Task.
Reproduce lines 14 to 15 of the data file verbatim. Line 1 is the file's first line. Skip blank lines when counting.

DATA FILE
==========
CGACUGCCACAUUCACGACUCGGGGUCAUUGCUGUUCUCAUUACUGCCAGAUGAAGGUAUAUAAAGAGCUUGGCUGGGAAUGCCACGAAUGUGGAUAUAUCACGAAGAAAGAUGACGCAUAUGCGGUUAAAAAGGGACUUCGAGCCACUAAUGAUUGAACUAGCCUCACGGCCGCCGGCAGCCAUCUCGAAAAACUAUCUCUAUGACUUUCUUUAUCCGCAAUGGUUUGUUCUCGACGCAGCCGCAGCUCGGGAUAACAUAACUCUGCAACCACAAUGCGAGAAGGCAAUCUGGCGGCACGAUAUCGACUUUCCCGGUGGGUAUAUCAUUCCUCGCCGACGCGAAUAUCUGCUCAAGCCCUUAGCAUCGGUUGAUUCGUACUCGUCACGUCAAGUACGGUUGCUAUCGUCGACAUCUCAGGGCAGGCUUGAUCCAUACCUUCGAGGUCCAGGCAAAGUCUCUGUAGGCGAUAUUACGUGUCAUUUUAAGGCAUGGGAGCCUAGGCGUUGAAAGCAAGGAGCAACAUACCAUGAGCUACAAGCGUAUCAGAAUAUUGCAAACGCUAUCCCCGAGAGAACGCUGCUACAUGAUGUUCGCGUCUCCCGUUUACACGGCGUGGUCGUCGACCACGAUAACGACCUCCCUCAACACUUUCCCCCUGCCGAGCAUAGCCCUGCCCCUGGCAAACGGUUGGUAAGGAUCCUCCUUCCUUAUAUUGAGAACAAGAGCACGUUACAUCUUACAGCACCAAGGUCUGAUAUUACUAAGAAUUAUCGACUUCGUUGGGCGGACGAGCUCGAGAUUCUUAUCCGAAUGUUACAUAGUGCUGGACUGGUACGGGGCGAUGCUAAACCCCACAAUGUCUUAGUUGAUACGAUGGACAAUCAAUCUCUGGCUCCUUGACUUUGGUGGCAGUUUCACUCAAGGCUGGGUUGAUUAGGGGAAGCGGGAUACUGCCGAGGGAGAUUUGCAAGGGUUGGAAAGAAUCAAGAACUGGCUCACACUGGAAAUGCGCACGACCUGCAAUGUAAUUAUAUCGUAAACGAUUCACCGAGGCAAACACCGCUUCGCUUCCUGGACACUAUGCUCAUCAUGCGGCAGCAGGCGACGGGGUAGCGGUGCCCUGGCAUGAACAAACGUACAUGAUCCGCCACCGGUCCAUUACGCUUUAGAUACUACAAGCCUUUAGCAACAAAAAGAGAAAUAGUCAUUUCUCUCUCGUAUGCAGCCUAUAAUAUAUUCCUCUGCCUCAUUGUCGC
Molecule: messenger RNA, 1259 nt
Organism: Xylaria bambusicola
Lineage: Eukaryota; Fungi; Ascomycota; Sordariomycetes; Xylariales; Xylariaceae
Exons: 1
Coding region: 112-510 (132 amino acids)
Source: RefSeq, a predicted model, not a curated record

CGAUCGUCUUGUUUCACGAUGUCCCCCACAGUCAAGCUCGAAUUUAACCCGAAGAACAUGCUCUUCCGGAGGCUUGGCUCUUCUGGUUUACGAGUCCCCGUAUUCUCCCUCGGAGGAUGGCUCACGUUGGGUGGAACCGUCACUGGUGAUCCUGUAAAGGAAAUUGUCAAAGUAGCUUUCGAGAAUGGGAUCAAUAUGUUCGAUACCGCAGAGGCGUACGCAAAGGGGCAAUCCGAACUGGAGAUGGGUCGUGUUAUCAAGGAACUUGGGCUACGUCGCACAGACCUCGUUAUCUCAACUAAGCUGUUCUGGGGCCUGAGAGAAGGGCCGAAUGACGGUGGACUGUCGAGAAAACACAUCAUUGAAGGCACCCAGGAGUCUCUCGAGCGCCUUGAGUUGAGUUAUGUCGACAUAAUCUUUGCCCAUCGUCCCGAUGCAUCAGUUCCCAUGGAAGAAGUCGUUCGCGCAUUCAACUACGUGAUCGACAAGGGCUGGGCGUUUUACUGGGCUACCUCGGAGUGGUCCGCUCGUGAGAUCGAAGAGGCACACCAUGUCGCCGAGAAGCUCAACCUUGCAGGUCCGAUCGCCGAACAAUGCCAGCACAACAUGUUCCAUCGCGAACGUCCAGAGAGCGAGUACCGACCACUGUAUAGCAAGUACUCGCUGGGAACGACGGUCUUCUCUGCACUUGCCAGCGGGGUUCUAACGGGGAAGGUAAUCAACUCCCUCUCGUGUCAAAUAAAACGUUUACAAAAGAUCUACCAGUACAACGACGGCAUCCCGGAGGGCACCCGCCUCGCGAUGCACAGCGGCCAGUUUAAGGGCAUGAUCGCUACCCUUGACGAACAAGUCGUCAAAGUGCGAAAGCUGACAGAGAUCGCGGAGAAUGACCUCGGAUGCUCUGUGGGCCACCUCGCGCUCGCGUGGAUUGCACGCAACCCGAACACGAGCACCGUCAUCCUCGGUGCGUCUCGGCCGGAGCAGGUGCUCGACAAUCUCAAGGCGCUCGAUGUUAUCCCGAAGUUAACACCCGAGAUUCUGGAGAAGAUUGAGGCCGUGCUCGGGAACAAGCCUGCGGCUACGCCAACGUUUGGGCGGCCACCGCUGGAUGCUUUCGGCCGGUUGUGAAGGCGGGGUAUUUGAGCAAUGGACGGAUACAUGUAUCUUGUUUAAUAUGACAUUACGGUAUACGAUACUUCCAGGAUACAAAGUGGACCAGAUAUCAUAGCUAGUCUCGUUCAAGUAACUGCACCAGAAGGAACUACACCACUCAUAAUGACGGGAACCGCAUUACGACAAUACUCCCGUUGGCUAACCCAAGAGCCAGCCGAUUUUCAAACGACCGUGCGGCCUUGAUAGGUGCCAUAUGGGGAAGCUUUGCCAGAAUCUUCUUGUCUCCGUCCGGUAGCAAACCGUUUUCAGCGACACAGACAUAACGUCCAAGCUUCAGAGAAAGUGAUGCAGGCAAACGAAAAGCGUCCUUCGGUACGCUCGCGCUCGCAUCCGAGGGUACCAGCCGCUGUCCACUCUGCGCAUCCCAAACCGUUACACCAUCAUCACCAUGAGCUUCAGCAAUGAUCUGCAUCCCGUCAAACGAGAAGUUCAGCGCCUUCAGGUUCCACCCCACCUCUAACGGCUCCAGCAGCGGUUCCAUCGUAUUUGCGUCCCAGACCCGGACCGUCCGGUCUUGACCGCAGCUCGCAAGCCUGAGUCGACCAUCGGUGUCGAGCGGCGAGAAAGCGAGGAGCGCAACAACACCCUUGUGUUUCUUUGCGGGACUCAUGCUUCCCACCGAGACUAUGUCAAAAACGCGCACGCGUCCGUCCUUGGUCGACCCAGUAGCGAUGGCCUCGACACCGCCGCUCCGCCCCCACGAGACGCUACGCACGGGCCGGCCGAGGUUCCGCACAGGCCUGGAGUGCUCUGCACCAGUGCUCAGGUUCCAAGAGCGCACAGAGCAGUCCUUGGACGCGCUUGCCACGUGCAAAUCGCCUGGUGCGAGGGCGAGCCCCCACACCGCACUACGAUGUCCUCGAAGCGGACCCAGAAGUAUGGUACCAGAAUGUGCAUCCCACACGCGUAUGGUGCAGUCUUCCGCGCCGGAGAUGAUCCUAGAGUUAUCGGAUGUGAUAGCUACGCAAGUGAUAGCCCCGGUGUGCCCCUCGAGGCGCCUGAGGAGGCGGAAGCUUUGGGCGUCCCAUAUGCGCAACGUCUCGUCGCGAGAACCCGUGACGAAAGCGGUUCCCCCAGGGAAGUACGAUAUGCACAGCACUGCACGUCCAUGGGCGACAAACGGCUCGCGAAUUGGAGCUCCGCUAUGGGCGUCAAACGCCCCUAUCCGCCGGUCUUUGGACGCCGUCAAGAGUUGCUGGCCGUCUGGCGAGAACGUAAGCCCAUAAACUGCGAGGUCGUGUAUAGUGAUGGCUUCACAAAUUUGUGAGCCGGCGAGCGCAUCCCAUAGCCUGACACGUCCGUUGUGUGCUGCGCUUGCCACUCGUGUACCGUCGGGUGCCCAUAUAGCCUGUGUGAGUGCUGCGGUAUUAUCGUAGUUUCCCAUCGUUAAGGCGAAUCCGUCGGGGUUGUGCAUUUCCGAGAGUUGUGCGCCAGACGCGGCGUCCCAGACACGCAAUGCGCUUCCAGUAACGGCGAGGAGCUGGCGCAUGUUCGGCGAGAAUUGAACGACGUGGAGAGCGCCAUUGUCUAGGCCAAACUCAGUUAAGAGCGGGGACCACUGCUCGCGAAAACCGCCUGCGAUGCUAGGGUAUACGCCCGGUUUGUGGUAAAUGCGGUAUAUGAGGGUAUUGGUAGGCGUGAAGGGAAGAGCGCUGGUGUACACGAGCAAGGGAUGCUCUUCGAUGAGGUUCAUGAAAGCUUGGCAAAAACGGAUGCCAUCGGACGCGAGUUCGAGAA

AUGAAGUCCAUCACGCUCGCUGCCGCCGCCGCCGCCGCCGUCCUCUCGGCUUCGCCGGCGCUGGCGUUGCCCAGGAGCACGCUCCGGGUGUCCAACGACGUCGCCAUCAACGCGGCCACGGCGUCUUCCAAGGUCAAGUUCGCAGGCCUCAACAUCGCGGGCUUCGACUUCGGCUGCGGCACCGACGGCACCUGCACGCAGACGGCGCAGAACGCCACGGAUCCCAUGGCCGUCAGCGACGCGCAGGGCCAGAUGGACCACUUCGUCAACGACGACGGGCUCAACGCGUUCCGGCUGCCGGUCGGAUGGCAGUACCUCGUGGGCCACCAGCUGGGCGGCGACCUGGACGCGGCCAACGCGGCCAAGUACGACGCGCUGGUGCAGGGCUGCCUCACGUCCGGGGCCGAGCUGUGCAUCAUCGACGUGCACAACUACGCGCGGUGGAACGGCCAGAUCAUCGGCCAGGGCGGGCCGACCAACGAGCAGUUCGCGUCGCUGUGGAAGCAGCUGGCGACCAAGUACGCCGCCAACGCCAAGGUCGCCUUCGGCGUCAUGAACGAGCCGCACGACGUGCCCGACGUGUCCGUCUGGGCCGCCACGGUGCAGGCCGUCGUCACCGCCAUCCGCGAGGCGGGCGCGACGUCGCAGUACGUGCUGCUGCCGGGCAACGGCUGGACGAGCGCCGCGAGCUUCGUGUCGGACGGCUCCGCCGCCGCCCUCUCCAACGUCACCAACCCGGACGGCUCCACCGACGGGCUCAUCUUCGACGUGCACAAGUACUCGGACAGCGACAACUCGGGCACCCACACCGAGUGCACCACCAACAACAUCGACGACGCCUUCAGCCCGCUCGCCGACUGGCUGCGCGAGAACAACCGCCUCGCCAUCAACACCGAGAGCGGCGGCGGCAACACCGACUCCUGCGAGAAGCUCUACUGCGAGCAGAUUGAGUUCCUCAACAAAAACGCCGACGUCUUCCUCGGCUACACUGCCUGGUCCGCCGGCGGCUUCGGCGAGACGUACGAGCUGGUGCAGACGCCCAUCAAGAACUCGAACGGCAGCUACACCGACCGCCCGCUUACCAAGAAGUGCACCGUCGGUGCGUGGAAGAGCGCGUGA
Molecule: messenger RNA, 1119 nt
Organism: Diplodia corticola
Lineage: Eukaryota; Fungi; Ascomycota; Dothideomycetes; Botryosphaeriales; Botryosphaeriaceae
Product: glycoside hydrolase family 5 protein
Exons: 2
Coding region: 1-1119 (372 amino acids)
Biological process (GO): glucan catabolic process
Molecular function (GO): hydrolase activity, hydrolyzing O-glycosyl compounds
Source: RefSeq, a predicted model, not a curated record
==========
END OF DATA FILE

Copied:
Exons: 2
Coding region: 1-1119 (372 amino acids)